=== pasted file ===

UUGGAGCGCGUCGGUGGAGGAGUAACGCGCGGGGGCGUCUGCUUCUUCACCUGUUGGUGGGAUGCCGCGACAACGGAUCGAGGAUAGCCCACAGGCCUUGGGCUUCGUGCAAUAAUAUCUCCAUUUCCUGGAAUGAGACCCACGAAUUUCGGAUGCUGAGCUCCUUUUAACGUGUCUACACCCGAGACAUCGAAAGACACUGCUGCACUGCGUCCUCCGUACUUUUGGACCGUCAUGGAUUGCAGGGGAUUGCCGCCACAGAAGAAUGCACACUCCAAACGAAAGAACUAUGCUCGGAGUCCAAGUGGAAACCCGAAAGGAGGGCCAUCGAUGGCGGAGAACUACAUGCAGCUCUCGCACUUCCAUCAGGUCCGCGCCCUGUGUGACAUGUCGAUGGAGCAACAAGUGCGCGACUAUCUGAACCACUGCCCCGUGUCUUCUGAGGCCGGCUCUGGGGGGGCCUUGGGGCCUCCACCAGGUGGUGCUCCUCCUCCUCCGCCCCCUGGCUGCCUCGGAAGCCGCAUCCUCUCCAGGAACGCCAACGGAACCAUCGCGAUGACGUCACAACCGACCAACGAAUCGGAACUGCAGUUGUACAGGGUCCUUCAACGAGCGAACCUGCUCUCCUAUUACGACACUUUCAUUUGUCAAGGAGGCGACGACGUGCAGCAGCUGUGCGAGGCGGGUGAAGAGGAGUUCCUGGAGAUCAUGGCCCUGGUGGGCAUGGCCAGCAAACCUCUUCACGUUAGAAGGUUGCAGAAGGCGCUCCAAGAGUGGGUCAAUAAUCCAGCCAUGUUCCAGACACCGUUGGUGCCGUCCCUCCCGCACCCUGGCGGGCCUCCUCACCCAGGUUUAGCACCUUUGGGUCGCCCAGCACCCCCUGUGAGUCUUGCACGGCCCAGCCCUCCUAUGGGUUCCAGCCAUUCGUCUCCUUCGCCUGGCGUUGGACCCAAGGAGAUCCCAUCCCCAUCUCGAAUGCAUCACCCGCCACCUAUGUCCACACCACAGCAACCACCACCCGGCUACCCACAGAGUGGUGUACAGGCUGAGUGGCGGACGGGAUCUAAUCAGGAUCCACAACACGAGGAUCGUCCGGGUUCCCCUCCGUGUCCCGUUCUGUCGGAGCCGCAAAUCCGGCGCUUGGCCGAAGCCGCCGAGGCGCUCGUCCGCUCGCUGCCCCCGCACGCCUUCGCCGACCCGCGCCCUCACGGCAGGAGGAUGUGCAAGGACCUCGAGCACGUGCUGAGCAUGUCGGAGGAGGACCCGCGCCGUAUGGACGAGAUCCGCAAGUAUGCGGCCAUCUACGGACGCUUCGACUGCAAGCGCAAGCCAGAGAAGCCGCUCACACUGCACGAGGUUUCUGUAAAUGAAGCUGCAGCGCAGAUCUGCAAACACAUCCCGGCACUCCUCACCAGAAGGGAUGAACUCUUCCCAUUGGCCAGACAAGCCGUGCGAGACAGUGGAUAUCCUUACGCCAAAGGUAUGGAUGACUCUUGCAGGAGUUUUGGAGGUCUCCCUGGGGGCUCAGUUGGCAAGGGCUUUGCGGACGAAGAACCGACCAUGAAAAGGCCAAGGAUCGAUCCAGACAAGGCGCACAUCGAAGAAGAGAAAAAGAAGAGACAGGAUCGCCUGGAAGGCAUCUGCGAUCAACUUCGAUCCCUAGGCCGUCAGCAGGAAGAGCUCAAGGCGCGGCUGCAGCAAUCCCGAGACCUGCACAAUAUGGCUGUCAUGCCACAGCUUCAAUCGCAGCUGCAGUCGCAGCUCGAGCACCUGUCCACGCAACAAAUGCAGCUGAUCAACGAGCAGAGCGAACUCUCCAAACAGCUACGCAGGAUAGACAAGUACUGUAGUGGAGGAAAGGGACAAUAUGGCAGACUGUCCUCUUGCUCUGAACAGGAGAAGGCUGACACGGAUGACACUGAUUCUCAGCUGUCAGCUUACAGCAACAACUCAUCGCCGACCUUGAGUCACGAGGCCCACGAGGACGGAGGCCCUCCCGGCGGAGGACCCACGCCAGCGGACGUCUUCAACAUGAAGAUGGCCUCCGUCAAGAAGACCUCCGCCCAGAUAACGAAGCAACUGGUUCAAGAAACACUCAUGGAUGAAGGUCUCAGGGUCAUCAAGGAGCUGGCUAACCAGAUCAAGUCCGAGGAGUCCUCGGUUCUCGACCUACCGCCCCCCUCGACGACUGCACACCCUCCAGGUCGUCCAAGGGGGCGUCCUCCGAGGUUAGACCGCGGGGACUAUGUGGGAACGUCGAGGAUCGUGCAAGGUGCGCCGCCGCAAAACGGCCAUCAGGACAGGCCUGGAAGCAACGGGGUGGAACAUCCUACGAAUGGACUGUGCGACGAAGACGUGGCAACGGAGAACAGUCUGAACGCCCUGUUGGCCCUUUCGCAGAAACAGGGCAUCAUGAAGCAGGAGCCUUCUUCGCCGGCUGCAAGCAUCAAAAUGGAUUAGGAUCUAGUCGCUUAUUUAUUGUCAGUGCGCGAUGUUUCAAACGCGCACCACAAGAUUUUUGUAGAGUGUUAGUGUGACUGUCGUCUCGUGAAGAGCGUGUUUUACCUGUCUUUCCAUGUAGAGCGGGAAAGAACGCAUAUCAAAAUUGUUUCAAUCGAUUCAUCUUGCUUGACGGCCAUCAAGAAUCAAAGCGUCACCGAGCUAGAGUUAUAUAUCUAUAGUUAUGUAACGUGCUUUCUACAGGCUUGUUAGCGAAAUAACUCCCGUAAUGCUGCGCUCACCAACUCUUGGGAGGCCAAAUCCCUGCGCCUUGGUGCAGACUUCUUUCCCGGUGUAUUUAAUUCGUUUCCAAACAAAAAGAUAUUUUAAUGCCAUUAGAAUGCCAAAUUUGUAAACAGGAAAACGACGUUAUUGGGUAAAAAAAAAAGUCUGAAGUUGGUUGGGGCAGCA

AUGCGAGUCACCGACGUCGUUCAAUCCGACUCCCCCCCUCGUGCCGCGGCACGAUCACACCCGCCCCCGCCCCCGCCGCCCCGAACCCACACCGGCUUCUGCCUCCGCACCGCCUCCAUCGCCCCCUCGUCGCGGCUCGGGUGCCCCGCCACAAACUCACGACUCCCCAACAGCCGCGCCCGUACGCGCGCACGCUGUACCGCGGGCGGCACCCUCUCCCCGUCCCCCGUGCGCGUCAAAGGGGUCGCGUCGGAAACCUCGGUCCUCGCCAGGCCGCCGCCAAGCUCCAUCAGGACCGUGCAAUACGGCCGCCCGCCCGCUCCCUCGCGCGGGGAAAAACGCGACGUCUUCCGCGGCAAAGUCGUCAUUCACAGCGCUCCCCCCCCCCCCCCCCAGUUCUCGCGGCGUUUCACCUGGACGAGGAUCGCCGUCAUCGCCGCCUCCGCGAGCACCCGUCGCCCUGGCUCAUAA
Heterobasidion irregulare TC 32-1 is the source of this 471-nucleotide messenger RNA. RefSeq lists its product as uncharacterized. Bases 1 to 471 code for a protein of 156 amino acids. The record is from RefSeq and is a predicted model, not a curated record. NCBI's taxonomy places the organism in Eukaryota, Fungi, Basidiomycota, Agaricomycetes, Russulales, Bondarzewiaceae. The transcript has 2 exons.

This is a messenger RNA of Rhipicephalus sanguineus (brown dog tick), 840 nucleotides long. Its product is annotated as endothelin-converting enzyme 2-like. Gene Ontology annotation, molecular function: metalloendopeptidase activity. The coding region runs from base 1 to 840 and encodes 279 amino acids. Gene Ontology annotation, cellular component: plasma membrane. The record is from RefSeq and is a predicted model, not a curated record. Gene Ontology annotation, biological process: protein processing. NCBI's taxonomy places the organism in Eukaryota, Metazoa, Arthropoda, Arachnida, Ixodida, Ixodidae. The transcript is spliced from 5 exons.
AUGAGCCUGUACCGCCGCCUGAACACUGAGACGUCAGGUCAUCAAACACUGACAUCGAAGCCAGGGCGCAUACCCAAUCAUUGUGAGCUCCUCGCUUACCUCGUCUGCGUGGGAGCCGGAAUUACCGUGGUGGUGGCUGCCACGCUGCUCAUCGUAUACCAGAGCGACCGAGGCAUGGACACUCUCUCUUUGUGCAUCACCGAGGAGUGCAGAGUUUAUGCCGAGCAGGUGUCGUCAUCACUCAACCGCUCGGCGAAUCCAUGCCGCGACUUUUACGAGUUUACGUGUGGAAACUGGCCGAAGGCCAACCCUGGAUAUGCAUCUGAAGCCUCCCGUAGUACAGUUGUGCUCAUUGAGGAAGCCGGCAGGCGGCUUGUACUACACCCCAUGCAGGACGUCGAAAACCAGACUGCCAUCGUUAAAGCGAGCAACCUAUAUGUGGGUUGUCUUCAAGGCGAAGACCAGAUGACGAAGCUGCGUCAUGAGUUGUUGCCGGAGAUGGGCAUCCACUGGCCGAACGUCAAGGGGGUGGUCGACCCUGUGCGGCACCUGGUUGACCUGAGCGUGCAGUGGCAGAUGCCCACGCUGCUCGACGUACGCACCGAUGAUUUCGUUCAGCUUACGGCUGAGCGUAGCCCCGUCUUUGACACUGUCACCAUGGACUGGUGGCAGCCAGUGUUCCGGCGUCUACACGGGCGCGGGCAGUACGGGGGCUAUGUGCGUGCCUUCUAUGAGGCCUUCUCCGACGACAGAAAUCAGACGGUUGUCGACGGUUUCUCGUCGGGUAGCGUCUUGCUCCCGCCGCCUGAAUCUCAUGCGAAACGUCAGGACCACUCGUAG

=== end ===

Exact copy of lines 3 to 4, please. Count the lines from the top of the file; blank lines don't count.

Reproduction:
Heterobasidion irregulare TC 32-1 is the source of this 471-nucleotide messenger RNA. RefSeq lists its product as uncharacterized. Bases 1 to 471 code for a protein of 156 amino acids. The record is from RefSeq and is a predicted model, not a curated record. NCBI's taxonomy places the organism in Eukaryota, Fungi, Basidiomycota, Agaricomycetes, Russulales, Bondarzewiaceae. The transcript has 2 exons.

This is a messenger RNA of Rhipicephalus sanguineus (brown dog tick), 840 nucleotides long. Its product is annotated as endothelin-converting enzyme 2-like. Gene Ontology annotation, molecular function: metalloendopeptidase activity. The coding region runs from base 1 to 840 and encodes 279 amino acids. Gene Ontology annotation, cellular component: plasma membrane. The record is from RefSeq and is a predicted model, not a curated record. Gene Ontology annotation, biological process: protein processing. NCBI's taxonomy places the organism in Eukaryota, Metazoa, Arthropoda, Arachnida, Ixodida, Ixodidae. The transcript is spliced from 5 exons.